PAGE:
Comedy cabaret trio the Fringe Wives Club said they felt "exposed" and "insulted" when a man hurled misogynistic abuse towards them before their act at the New Zealand Fringe Festival.
Fringe Wives Club trio Tessa Waters, Victoria Falconer and Rowena Hutson were invited by New Zealand Fringe to host the launch event on Wednesday December 4.
The event brought together a big mix of stakeholders for the festival including artists, funders and MPs.
When the Fringe Wives Club took the stage, a middle-aged white man in a pork pie hat at the back of the room yelled something out.
"As a seasoned professional comedian I chose to engage with the heckler and asked him to repeat his comment, at which point he yelled out "Show us your growler!", Waters explained.
"Which for those playing at home means vagina. Again, just in case you're reading this and thinking, 'I don't see what the big deal is', a middle-aged white man yelled 'SHOW ME YOUR VAGINA' at us, while we were at work.
"There was an audible groan of embarrassment and disgust from the crowd and we felt that very familiar punch in the gut feeling when you are sexually harassed at a gig, but have to keep smiling and carry on with the show.
"Not wanting to allow him to derail the show I responded by saying 'Wow, never have I heard so many people turn to hate someone so quickly' at which point there was a big laugh and cheer from the crowd, relieved that we'd called it.
"I then went on to say 'Oh my darling supporters of NZ Fringe, Directors, Minister, I'm so excited for you, I'm so excited you get to be here, as that man has to now sit through the next song and understand what an idiot he is.
"Mmmm, delicious to be there when someone has that 'woke' moment of 'Oh I see...I'M the f***head!'
"Then we launched into one of our multi-award winning and quite frankly banging songs about consent and respect and subsequently blew the roof off the place."
Waters said after their performance, they had run straight out to make it back to BATS in time for their sold-out show — but they were enraged by what had happened.
"As we walked down Courtney Place, we were fuming if I'm honest with you," she said.
"We felt insulted, we felt exposed, we felt the rage of the culmination of all of those moments in our lives when we've had to deal with the verbal or physical abuse of these kinds of people. And we also felt like we had to push it aside as 'the show must go on'."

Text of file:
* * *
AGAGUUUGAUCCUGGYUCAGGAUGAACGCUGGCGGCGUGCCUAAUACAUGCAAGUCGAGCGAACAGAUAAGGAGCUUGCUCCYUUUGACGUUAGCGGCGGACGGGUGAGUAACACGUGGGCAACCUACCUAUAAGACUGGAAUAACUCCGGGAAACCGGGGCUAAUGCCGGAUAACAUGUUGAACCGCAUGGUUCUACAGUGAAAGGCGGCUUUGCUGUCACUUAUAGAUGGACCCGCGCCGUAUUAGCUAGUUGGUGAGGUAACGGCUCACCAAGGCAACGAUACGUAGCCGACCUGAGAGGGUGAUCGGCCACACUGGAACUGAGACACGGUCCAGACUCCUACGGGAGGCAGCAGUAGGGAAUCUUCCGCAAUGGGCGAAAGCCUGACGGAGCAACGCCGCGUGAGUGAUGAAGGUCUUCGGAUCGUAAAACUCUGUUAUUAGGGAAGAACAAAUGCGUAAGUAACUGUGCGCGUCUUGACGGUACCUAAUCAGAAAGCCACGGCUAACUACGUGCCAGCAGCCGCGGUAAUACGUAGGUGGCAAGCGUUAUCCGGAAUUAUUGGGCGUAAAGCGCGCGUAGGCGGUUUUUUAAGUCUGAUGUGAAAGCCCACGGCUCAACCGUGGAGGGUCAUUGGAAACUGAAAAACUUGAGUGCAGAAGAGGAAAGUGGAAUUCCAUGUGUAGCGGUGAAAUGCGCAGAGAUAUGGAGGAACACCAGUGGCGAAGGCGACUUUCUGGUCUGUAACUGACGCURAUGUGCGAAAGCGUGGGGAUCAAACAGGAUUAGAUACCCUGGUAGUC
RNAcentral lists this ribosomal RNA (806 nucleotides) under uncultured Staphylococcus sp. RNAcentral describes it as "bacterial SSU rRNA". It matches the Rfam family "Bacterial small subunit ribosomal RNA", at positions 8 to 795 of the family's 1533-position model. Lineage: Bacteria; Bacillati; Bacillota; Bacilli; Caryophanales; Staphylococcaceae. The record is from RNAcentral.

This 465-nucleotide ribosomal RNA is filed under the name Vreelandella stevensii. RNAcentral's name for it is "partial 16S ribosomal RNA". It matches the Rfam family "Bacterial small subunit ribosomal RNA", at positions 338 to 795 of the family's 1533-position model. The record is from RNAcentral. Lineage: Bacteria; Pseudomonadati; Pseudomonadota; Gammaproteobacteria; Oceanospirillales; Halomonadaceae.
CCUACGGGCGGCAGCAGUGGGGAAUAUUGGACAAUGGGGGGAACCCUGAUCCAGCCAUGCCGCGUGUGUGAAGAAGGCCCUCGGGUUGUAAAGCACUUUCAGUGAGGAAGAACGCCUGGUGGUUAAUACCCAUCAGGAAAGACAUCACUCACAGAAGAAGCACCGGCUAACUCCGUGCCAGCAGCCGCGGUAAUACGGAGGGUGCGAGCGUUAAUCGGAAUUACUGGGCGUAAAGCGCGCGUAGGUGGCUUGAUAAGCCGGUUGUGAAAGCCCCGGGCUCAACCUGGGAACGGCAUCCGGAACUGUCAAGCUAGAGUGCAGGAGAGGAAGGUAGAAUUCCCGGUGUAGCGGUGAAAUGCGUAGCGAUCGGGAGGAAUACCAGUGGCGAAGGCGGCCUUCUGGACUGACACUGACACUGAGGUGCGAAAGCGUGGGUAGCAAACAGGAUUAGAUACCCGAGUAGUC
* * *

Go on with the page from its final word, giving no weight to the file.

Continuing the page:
On Thursday morning, Fringe New Zealand made a statement on their Facebook page apologising over the incident.
"All of us at Fringe would like to apologise unreservedly to the very magnificent femmes of Fringe Wives Club, who had generously donated their time and art to start our launch off with a glittery bang," they wrote.
"At the beginning of their set, they were subjected to a heckle of misogynistic abuse from someone we had invited to the party.
"It was our guest who was inappropriate, and so, Tessa Waters Victoria Falconer & Rowena Hutson we apologise, and we want you to know that they will also be directly addressed about this incident. We are not naming them here, because we want to give them the chance to make amends rather than 'outing' them.
"We also apologise to anyone who was in the room last night and felt, as we did, disgusted and disturbed in that moment."
Waters said after the incident they told Fringe New Zealand how unhappy they were about what happened.
"Thursday morning I wrote to Fringe to voice our feelings, call out what happened and to ask them how they were going to respond. Sameena Zehra the new Co-Director of Fringe responded within five minutes, and brilliantly. We felt heard and respected and knew that something would be done about it.
"We then saw the public statement they put out on their Facebook page and to be honest we were really impressed. We have been working in the comedy industry around the world for over a decade and I don't think I have ever seen a festival or venue respond with such class and respect and so directly acknowledge their part in inviting the person and their responsibility in calling it out and working to make sure it never happens again."
Waters said this is not the first time the Fringe Wives Club had to deal with abuse.
"We are women in the world talking about our bodies, sexuality and empowerment, we get this all the time," she said.
"I can't tell you the amount of times people have grabbed our breasts, slapped our arses, or in one case grabbed one of us by the crotch while on stage.
"It makes us feel angry, hurt, abused, sad and furious. Just because a performer is on stage, just because they are wearing a stunning sparkly costume, just because they are making you laugh or flirting with you does not give you the right to assault them.
"These types of behaviour are the foundation of the culture of violence against women. The same culture that leads to one in three NZ women experiencing physical and/or sexual violence from a partner in their lifetime.
"We choose to channel our rage into our art and is a big part of why we made this show, why we will keep touring it, keep getting the message out there and keep calling it out."
In a message to others, Waters said: "To artists and comedians who have to deal with this stuff in their jobs, power to you. To event organisers and venue bookers, get a code of conduct around sexual harassment at your workplace and insist that all performers, staff and sponsors sign it.
"To the audience members, thanks for coming to see our art, keep supporting, keep cheering and championing our voices. And to the dickhead up the back of the room the other night, do better mate, or you're going to be left behind."